For those eager to get out of the house and who miss the big-screen experience, the good news is that Muenzinger has 400 seats and there’s plenty of space for people to physically distance themselves, as we remind them of some of the reasons why the IFS has been around for 80 years. This includes our reel-to-reel projection ability to screen rare, archive prints on 35mm film. That’s just not something you can get at home.

KM: I understand in conjunction with CU’s International Film Series, you host a weekly podcast. What can listeners expect from this offering?

PK: Back when director Alex Cox taught here at CU, we used to watch movies at the IFS together and then go out for a beer afterwards to talk about what we had just watched. When he left CU to return back to Oregon, we continued to connect by phone every week when the clock hit beer-thirty to talk about movies and our podcast grew out of that. I wanted the conversations to be short, basically the length of one 35mm film reel, which is about 20 minutes.

Whether it’s me telling him about the movies I saw at the Telluride Film Festival or that are screening at the IFS, or him telling me about movies he worked on or saw recently, it’s always movie-related. It’s just two friends who like movies talking casually about movies. Jason Phelps, who does the technical stuff that makes the podcast possible, also puts out “The CINE podcast” which highlights work by CU Cinema Studies faculty members and that’s much more polished while also still focusing on movie-related topics.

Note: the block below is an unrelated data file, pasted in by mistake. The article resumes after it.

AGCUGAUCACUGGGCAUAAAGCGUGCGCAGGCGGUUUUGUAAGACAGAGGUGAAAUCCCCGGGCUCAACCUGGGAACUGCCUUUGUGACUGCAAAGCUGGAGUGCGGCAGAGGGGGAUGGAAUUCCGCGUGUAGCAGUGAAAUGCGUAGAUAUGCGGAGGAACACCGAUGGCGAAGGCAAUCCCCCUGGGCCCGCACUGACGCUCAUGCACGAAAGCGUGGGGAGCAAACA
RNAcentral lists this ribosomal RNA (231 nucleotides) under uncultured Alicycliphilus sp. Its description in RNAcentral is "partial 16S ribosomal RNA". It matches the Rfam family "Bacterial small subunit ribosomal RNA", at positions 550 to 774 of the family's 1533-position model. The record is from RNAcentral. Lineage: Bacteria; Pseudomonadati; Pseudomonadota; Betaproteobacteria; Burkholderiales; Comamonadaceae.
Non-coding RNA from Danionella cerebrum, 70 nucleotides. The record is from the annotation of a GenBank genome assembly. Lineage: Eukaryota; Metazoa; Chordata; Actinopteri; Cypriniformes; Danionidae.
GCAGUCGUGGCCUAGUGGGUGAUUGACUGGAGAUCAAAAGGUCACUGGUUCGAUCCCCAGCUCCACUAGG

KM: I see a showing of Derek Cianfrance’s 2010 film “Blue Valentine” is scheduled for Sunday. I remember this film stayed with me for a while. What prompted you to add it to the lineup and what do you find particularly moving about it?

PK: I met Derek when he was a student at CU in a film history class. Derek was always ambitious and talented. He also has a big heart and he really loved celluloid and he watched a lot of movies at the IFS as a student. He still loves celluloid and, in fact, he convinced HBO to shoot “I Know This Much Is True,” with Mark Ruffalo, on 35mm film. Derek even did a side-by-side comparison for HBO executives to showcase how film still trounced digital in terms of depth, color and a specific look he wanted.

For our 80th anniversary I wanted to bring back some of my favorite filmmakers along with the movies that originally put them on the map for IFS customers. The choice for “Blue Valentine” was cemented when, after a few months, we finally found a nice print to screen with Derek in attendance. What I find particularly moving about “Blue Valentine” is that I remember Derek talking and working on that project for many years and I got to the point where I thought it might only be a pipe dream. But then fate intervened — and Ryan Gosling and Michelle Williams got attached — and the rest is history.